Transplacental transfer and metabolism of bupropion

Angela D. Earhart, Svetlana Patrikeeva, Xiaoming Wang, Doaa Reda Abdelrahman, Gary Hankins, Mahmoud Ahmed, Tatiana Nanovskaya

Research output: Contribution to journalArticlepeer-review

32 Scopus citations


Objective. In order to evaluate the potential use of bupropion as smoking cessation therapy during pregnancy, the aim of this investigation was to determine transplacental transfer and metabolism of bupropion and its distribution among placental tissue and maternal and fetal circuits of the dually perfused placental lobule. Methods. Placentas obtained from healthy term pregnancies were perfused with bupropion at two concentrations 150ng/ml and 450ng/ml, along with the marker compound antipyrine 20μg/ml. Radioactive isotopes of the two drugs were co-transfused to enhance their detection limits. Concentrations of bupropion and its metabolite were determined by liquid chromatography and liquid scintillation spectrometry. Results. The fetal/maternal concentration ratio of bupropion was 1.07±0.22. Following 4h of its perfusion, 48±6% of bupropion was retained by placental tissue, 32±5% remained in the maternal circuit, and 20±6% was transferred to the fetal circuit. A metabolite of bupropion, threohydrobupropion, was identified. Conclusions. Bupropion was transferred from the maternal to fetal circuit and was biotransformed by placental tissue enzymes to its metabolite threohydrobupropion. Bupropion and its metabolite did not affect placental tissue viability or functional parameters. These data suggest that bupropion has the potential of being used for smoking cessation during pregnancy and should be further investigated for its safety and efficacy.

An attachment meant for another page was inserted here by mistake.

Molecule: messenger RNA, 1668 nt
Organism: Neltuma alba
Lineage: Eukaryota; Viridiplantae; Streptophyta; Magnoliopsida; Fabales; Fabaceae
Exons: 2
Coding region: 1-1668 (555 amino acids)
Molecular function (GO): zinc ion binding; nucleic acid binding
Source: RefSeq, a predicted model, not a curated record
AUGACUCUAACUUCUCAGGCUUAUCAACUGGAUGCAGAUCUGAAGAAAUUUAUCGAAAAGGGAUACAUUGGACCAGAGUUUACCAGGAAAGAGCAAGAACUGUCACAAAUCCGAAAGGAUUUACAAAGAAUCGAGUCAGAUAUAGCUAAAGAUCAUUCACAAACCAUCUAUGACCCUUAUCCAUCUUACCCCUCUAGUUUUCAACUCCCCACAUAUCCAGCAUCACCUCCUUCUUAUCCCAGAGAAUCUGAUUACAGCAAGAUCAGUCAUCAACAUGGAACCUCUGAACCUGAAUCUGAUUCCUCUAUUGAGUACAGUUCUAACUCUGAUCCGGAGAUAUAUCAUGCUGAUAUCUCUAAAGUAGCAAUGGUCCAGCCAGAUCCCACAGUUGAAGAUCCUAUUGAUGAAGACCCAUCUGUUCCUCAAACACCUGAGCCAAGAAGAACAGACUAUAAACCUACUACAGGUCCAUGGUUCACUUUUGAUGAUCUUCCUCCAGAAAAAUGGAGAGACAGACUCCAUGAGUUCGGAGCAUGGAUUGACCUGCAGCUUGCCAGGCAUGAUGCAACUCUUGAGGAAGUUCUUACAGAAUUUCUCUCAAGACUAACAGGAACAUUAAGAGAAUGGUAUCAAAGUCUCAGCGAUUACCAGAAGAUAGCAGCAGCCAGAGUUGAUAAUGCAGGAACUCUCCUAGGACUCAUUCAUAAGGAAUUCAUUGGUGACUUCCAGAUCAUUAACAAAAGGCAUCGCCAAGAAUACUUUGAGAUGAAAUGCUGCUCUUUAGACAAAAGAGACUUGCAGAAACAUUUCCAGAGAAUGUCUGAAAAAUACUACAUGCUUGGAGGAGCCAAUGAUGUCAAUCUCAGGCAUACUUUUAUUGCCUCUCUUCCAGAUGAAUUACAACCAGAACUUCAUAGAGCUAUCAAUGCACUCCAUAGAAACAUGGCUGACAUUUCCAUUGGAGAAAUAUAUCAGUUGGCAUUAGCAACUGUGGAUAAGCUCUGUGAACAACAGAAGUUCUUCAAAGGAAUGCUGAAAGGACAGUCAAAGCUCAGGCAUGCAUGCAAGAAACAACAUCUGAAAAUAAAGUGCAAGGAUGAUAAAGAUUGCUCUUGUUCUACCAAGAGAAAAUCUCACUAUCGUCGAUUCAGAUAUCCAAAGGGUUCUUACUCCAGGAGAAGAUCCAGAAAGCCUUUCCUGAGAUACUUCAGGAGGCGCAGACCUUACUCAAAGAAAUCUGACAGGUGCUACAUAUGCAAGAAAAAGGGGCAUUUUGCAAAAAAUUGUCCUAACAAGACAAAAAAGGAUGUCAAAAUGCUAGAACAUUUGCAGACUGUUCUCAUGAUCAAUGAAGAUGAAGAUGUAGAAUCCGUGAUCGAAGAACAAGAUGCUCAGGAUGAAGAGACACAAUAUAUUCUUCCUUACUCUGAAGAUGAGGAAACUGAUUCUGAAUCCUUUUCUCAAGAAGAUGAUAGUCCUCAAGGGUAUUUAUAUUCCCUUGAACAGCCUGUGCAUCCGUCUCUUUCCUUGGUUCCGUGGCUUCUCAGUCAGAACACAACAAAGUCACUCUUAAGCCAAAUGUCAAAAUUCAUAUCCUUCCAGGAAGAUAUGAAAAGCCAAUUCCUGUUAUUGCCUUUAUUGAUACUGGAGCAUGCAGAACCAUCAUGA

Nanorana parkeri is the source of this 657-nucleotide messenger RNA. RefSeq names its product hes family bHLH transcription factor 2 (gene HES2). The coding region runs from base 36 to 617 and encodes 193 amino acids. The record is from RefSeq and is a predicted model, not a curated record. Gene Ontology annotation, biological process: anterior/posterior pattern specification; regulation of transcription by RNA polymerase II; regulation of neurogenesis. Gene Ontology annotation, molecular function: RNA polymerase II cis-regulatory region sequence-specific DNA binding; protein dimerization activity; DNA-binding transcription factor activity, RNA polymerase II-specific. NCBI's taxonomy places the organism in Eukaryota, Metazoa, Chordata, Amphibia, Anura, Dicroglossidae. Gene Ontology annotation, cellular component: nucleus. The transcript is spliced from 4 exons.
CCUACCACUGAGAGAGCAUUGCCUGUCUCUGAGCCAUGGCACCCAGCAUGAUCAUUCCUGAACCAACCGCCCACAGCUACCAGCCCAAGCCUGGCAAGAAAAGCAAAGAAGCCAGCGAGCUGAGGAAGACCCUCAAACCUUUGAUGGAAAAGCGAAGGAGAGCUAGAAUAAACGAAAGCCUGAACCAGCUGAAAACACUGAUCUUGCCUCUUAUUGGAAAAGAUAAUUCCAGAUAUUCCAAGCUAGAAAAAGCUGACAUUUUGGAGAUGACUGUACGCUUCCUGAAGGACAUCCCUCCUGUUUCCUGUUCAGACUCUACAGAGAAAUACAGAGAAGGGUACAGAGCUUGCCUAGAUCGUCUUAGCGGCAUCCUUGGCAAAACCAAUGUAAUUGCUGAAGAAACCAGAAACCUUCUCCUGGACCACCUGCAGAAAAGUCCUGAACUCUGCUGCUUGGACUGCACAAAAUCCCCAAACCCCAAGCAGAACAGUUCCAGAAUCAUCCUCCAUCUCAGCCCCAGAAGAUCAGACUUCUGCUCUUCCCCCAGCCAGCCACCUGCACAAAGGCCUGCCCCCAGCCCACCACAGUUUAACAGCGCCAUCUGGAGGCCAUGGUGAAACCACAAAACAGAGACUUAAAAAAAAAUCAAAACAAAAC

Original languageEnglish (US)
Pages (from-to)409-416
Number of pages8
JournalJournal of Maternal-Fetal and Neonatal Medicine
Issue number5
StatePublished - May 2010


  • Bupropion
  • Metabolism
  • Pregnant smokers
  • Smoking cessation
  • Transplacental transfer

ASJC Scopus subject areas

  • Pediatrics, Perinatology, and Child Health
  • Obstetrics and Gynecology


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